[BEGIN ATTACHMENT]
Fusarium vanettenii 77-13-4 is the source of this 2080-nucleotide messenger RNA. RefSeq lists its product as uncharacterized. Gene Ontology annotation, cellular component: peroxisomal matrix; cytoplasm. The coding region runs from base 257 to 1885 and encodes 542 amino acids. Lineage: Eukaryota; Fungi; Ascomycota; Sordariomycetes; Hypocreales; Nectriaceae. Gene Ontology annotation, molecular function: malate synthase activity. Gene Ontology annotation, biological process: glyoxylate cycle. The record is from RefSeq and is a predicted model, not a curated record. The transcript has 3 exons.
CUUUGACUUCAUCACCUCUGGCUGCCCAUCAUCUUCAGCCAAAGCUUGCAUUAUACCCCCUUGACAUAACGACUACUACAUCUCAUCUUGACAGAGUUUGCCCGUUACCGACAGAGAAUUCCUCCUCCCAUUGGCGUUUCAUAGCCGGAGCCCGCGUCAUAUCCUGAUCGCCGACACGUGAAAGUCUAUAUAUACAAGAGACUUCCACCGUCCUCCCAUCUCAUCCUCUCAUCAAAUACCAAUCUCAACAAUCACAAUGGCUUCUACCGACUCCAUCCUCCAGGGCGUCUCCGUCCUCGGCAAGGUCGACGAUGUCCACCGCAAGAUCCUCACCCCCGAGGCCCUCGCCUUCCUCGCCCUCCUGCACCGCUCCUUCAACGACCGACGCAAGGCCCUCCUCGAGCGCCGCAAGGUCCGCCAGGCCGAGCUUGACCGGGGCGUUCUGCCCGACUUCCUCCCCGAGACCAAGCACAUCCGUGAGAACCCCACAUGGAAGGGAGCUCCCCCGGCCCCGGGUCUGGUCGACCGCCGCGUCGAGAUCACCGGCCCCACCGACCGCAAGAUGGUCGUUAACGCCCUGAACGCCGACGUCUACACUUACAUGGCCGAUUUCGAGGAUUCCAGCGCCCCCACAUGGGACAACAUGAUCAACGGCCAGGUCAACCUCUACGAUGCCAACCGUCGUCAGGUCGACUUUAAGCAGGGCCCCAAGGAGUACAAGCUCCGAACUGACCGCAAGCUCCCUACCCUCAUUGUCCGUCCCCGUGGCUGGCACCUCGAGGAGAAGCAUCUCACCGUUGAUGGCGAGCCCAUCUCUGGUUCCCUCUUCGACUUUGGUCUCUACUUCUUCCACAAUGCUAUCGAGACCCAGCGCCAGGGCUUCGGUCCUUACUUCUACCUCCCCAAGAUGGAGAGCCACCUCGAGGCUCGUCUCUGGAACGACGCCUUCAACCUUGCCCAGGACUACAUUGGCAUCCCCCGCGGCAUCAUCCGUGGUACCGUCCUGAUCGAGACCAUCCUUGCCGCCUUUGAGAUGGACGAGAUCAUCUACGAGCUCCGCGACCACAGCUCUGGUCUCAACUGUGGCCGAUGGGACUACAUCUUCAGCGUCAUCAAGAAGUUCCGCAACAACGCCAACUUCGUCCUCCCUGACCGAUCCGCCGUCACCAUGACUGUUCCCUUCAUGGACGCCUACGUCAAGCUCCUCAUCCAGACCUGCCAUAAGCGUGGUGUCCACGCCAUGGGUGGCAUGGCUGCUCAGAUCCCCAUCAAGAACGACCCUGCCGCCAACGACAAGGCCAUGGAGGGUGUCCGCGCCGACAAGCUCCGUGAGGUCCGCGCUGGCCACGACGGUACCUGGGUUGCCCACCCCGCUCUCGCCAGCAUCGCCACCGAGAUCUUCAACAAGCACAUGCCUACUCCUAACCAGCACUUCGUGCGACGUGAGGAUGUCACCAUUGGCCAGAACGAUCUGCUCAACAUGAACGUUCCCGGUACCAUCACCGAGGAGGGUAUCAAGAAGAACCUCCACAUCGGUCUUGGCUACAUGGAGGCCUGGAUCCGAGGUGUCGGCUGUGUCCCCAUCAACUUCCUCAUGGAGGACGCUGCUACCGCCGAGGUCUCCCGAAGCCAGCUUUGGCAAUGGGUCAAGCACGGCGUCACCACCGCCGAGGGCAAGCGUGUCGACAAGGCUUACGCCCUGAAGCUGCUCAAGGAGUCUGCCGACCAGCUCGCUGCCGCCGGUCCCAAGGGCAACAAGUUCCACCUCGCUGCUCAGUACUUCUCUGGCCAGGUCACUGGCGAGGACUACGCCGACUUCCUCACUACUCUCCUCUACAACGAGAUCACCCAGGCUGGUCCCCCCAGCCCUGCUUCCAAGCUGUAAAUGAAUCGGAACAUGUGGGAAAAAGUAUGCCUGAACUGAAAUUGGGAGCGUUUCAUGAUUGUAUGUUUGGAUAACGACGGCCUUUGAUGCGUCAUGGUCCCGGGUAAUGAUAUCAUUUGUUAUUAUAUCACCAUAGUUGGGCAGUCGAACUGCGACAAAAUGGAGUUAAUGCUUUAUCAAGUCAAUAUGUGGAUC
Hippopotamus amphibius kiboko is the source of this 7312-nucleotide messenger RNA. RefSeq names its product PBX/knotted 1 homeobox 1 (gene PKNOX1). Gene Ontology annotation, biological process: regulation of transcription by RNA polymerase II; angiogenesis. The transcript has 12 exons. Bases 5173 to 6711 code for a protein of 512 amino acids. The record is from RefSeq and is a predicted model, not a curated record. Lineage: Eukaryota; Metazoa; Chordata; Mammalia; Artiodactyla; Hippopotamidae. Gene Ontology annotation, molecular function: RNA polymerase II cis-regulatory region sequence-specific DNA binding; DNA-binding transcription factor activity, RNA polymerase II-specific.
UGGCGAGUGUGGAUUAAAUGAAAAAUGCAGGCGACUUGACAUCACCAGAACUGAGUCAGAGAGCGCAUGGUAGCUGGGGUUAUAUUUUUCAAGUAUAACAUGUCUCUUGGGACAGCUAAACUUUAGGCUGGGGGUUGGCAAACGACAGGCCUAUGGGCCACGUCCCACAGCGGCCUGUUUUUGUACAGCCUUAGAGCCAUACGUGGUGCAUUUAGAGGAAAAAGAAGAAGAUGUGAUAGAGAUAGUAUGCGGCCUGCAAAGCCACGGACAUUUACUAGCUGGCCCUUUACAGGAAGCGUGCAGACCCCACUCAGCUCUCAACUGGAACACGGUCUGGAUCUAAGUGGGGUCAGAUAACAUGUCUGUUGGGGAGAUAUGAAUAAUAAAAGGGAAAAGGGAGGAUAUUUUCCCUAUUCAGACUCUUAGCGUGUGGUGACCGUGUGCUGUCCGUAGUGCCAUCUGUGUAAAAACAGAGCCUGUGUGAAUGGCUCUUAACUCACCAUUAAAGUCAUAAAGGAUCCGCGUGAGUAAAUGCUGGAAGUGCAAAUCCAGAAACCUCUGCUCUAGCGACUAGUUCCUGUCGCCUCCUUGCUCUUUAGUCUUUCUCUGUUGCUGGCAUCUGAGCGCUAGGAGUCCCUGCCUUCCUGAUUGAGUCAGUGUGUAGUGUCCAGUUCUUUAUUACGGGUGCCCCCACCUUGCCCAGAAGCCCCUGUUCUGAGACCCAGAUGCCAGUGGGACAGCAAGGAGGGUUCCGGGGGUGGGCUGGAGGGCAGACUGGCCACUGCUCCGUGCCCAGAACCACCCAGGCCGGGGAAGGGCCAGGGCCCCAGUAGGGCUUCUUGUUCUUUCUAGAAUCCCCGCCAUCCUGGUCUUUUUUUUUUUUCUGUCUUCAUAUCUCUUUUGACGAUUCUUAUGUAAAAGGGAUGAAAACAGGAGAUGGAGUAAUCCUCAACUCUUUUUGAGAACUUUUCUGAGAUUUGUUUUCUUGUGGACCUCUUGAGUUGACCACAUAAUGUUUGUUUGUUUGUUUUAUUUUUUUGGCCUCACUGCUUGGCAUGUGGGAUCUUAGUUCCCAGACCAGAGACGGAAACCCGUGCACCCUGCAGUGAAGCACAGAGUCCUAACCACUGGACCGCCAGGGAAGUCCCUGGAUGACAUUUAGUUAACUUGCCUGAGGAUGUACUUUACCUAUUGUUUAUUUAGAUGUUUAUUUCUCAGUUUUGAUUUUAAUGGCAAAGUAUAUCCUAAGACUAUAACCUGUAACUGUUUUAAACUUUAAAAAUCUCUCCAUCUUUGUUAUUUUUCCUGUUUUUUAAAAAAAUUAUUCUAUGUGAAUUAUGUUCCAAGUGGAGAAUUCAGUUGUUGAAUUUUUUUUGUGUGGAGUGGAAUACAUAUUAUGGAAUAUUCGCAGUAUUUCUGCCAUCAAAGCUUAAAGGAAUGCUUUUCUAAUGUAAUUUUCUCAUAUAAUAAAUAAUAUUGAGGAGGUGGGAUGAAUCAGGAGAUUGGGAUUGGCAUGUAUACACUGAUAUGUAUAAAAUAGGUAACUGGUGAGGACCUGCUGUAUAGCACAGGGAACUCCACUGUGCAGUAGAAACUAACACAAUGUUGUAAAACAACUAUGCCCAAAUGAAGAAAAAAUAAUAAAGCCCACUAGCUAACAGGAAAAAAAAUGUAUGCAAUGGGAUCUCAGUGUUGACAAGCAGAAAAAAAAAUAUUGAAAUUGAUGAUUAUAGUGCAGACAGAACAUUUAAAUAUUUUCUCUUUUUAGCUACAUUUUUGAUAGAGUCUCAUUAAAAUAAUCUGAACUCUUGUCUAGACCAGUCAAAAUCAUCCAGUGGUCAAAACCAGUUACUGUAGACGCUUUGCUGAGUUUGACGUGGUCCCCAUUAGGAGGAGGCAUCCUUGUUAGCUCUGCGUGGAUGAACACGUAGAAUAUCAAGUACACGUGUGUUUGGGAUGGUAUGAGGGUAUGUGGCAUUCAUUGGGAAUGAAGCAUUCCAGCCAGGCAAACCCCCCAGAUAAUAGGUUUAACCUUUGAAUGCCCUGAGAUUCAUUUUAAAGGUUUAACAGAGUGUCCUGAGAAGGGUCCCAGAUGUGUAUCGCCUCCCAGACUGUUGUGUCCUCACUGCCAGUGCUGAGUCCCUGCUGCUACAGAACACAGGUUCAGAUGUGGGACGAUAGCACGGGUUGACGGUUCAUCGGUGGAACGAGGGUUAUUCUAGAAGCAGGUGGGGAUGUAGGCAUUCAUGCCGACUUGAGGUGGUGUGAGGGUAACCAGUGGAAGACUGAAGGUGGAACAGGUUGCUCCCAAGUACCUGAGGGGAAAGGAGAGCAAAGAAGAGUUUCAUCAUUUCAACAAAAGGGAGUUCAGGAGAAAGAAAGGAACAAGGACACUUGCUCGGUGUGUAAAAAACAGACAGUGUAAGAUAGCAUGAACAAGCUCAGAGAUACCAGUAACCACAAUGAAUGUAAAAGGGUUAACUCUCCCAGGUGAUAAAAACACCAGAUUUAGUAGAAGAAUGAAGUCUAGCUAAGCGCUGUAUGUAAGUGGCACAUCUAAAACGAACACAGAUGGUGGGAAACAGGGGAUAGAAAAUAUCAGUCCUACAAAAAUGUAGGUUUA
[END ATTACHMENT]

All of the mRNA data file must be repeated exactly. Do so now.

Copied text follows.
Fusarium vanettenii 77-13-4 is the source of this 2080-nucleotide messenger RNA. RefSeq lists its product as uncharacterized. Gene Ontology annotation, cellular component: peroxisomal matrix; cytoplasm. The coding region runs from base 257 to 1885 and encodes 542 amino acids. Lineage: Eukaryota; Fungi; Ascomycota; Sordariomycetes; Hypocreales; Nectriaceae. Gene Ontology annotation, molecular function: malate synthase activity. Gene Ontology annotation, biological process: glyoxylate cycle. The record is from RefSeq and is a predicted model, not a curated record. The transcript has 3 exons.
CUUUGACUUCAUCACCUCUGGCUGCCCAUCAUCUUCAGCCAAAGCUUGCAUUAUACCCCCUUGACAUAACGACUACUACAUCUCAUCUUGACAGAGUUUGCCCGUUACCGACAGAGAAUUCCUCCUCCCAUUGGCGUUUCAUAGCCGGAGCCCGCGUCAUAUCCUGAUCGCCGACACGUGAAAGUCUAUAUAUACAAGAGACUUCCACCGUCCUCCCAUCUCAUCCUCUCAUCAAAUACCAAUCUCAACAAUCACAAUGGCUUCUACCGACUCCAUCCUCCAGGGCGUCUCCGUCCUCGGCAAGGUCGACGAUGUCCACCGCAAGAUCCUCACCCCCGAGGCCCUCGCCUUCCUCGCCCUCCUGCACCGCUCCUUCAACGACCGACGCAAGGCCCUCCUCGAGCGCCGCAAGGUCCGCCAGGCCGAGCUUGACCGGGGCGUUCUGCCCGACUUCCUCCCCGAGACCAAGCACAUCCGUGAGAACCCCACAUGGAAGGGAGCUCCCCCGGCCCCGGGUCUGGUCGACCGCCGCGUCGAGAUCACCGGCCCCACCGACCGCAAGAUGGUCGUUAACGCCCUGAACGCCGACGUCUACACUUACAUGGCCGAUUUCGAGGAUUCCAGCGCCCCCACAUGGGACAACAUGAUCAACGGCCAGGUCAACCUCUACGAUGCCAACCGUCGUCAGGUCGACUUUAAGCAGGGCCCCAAGGAGUACAAGCUCCGAACUGACCGCAAGCUCCCUACCCUCAUUGUCCGUCCCCGUGGCUGGCACCUCGAGGAGAAGCAUCUCACCGUUGAUGGCGAGCCCAUCUCUGGUUCCCUCUUCGACUUUGGUCUCUACUUCUUCCACAAUGCUAUCGAGACCCAGCGCCAGGGCUUCGGUCCUUACUUCUACCUCCCCAAGAUGGAGAGCCACCUCGAGGCUCGUCUCUGGAACGACGCCUUCAACCUUGCCCAGGACUACAUUGGCAUCCCCCGCGGCAUCAUCCGUGGUACCGUCCUGAUCGAGACCAUCCUUGCCGCCUUUGAGAUGGACGAGAUCAUCUACGAGCUCCGCGACCACAGCUCUGGUCUCAACUGUGGCCGAUGGGACUACAUCUUCAGCGUCAUCAAGAAGUUCCGCAACAACGCCAACUUCGUCCUCCCUGACCGAUCCGCCGUCACCAUGACUGUUCCCUUCAUGGACGCCUACGUCAAGCUCCUCAUCCAGACCUGCCAUAAGCGUGGUGUCCACGCCAUGGGUGGCAUGGCUGCUCAGAUCCCCAUCAAGAACGACCCUGCCGCCAACGACAAGGCCAUGGAGGGUGUCCGCGCCGACAAGCUCCGUGAGGUCCGCGCUGGCCACGACGGUACCUGGGUUGCCCACCCCGCUCUCGCCAGCAUCGCCACCGAGAUCUUCAACAAGCACAUGCCUACUCCUAACCAGCACUUCGUGCGACGUGAGGAUGUCACCAUUGGCCAGAACGAUCUGCUCAACAUGAACGUUCCCGGUACCAUCACCGAGGAGGGUAUCAAGAAGAACCUCCACAUCGGUCUUGGCUACAUGGAGGCCUGGAUCCGAGGUGUCGGCUGUGUCCCCAUCAACUUCCUCAUGGAGGACGCUGCUACCGCCGAGGUCUCCCGAAGCCAGCUUUGGCAAUGGGUCAAGCACGGCGUCACCACCGCCGAGGGCAAGCGUGUCGACAAGGCUUACGCCCUGAAGCUGCUCAAGGAGUCUGCCGACCAGCUCGCUGCCGCCGGUCCCAAGGGCAACAAGUUCCACCUCGCUGCUCAGUACUUCUCUGGCCAGGUCACUGGCGAGGACUACGCCGACUUCCUCACUACUCUCCUCUACAACGAGAUCACCCAGGCUGGUCCCCCCAGCCCUGCUUCCAAGCUGUAAAUGAAUCGGAACAUGUGGGAAAAAGUAUGCCUGAACUGAAAUUGGGAGCGUUUCAUGAUUGUAUGUUUGGAUAACGACGGCCUUUGAUGCGUCAUGGUCCCGGGUAAUGAUAUCAUUUGUUAUUAUAUCACCAUAGUUGGGCAGUCGAACUGCGACAAAAUGGAGUUAAUGCUUUAUCAAGUCAAUAUGUGGAUC
Hippopotamus amphibius kiboko is the source of this 7312-nucleotide messenger RNA. RefSeq names its product PBX/knotted 1 homeobox 1 (gene PKNOX1). Gene Ontology annotation, biological process: regulation of transcription by RNA polymerase II; angiogenesis. The transcript has 12 exons. Bases 5173 to 6711 code for a protein of 512 amino acids. The record is from RefSeq and is a predicted model, not a curated record. Lineage: Eukaryota; Metazoa; Chordata; Mammalia; Artiodactyla; Hippopotamidae. Gene Ontology annotation, molecular function: RNA polymerase II cis-regulatory region sequence-specific DNA binding; DNA-binding transcription factor activity, RNA polymerase II-specific.
UGGCGAGUGUGGAUUAAAUGAAAAAUGCAGGCGACUUGACAUCACCAGAACUGAGUCAGAGAGCGCAUGGUAGCUGGGGUUAUAUUUUUCAAGUAUAACAUGUCUCUUGGGACAGCUAAACUUUAGGCUGGGGGUUGGCAAACGACAGGCCUAUGGGCCACGUCCCACAGCGGCCUGUUUUUGUACAGCCUUAGAGCCAUACGUGGUGCAUUUAGAGGAAAAAGAAGAAGAUGUGAUAGAGAUAGUAUGCGGCCUGCAAAGCCACGGACAUUUACUAGCUGGCCCUUUACAGGAAGCGUGCAGACCCCACUCAGCUCUCAACUGGAACACGGUCUGGAUCUAAGUGGGGUCAGAUAACAUGUCUGUUGGGGAGAUAUGAAUAAUAAAAGGGAAAAGGGAGGAUAUUUUCCCUAUUCAGACUCUUAGCGUGUGGUGACCGUGUGCUGUCCGUAGUGCCAUCUGUGUAAAAACAGAGCCUGUGUGAAUGGCUCUUAACUCACCAUUAAAGUCAUAAAGGAUCCGCGUGAGUAAAUGCUGGAAGUGCAAAUCCAGAAACCUCUGCUCUAGCGACUAGUUCCUGUCGCCUCCUUGCUCUUUAGUCUUUCUCUGUUGCUGGCAUCUGAGCGCUAGGAGUCCCUGCCUUCCUGAUUGAGUCAGUGUGUAGUGUCCAGUUCUUUAUUACGGGUGCCCCCACCUUGCCCAGAAGCCCCUGUUCUGAGACCCAGAUGCCAGUGGGACAGCAAGGAGGGUUCCGGGGGUGGGCUGGAGGGCAGACUGGCCACUGCUCCGUGCCCAGAACCACCCAGGCCGGGGAAGGGCCAGGGCCCCAGUAGGGCUUCUUGUUCUUUCUAGAAUCCCCGCCAUCCUGGUCUUUUUUUUUUUUCUGUCUUCAUAUCUCUUUUGACGAUUCUUAUGUAAAAGGGAUGAAAACAGGAGAUGGAGUAAUCCUCAACUCUUUUUGAGAACUUUUCUGAGAUUUGUUUUCUUGUGGACCUCUUGAGUUGACCACAUAAUGUUUGUUUGUUUGUUUUAUUUUUUUGGCCUCACUGCUUGGCAUGUGGGAUCUUAGUUCCCAGACCAGAGACGGAAACCCGUGCACCCUGCAGUGAAGCACAGAGUCCUAACCACUGGACCGCCAGGGAAGUCCCUGGAUGACAUUUAGUUAACUUGCCUGAGGAUGUACUUUACCUAUUGUUUAUUUAGAUGUUUAUUUCUCAGUUUUGAUUUUAAUGGCAAAGUAUAUCCUAAGACUAUAACCUGUAACUGUUUUAAACUUUAAAAAUCUCUCCAUCUUUGUUAUUUUUCCUGUUUUUUAAAAAAAUUAUUCUAUGUGAAUUAUGUUCCAAGUGGAGAAUUCAGUUGUUGAAUUUUUUUUGUGUGGAGUGGAAUACAUAUUAUGGAAUAUUCGCAGUAUUUCUGCCAUCAAAGCUUAAAGGAAUGCUUUUCUAAUGUAAUUUUCUCAUAUAAUAAAUAAUAUUGAGGAGGUGGGAUGAAUCAGGAGAUUGGGAUUGGCAUGUAUACACUGAUAUGUAUAAAAUAGGUAACUGGUGAGGACCUGCUGUAUAGCACAGGGAACUCCACUGUGCAGUAGAAACUAACACAAUGUUGUAAAACAACUAUGCCCAAAUGAAGAAAAAAUAAUAAAGCCCACUAGCUAACAGGAAAAAAAAUGUAUGCAAUGGGAUCUCAGUGUUGACAAGCAGAAAAAAAAAUAUUGAAAUUGAUGAUUAUAGUGCAGACAGAACAUUUAAAUAUUUUCUCUUUUUAGCUACAUUUUUGAUAGAGUCUCAUUAAAAUAAUCUGAACUCUUGUCUAGACCAGUCAAAAUCAUCCAGUGGUCAAAACCAGUUACUGUAGACGCUUUGCUGAGUUUGACGUGGUCCCCAUUAGGAGGAGGCAUCCUUGUUAGCUCUGCGUGGAUGAACACGUAGAAUAUCAAGUACACGUGUGUUUGGGAUGGUAUGAGGGUAUGUGGCAUUCAUUGGGAAUGAAGCAUUCCAGCCAGGCAAACCCCCCAGAUAAUAGGUUUAACCUUUGAAUGCCCUGAGAUUCAUUUUAAAGGUUUAACAGAGUGUCCUGAGAAGGGUCCCAGAUGUGUAUCGCCUCCCAGACUGUUGUGUCCUCACUGCCAGUGCUGAGUCCCUGCUGCUACAGAACACAGGUUCAGAUGUGGGACGAUAGCACGGGUUGACGGUUCAUCGGUGGAACGAGGGUUAUUCUAGAAGCAGGUGGGGAUGUAGGCAUUCAUGCCGACUUGAGGUGGUGUGAGGGUAACCAGUGGAAGACUGAAGGUGGAACAGGUUGCUCCCAAGUACCUGAGGGGAAAGGAGAGCAAAGAAGAGUUUCAUCAUUUCAACAAAAGGGAGUUCAGGAGAAAGAAAGGAACAAGGACACUUGCUCGGUGUGUAAAAAACAGACAGUGUAAGAUAGCAUGAACAAGCUCAGAGAUACCAGUAACCACAAUGAAUGUAAAAGGGUUAACUCUCCCAGGUGAUAAAAACACCAGAUUUAGUAGAAGAAUGAAGUCUAGCUAAGCGCUGUAUGUAAGUGGCACAUCUAAAACGAACACAGAUGGUGGGAAACAGGGGAUAGAAAAUAUCAGUCCUACAAAAAUGUAGGUUUA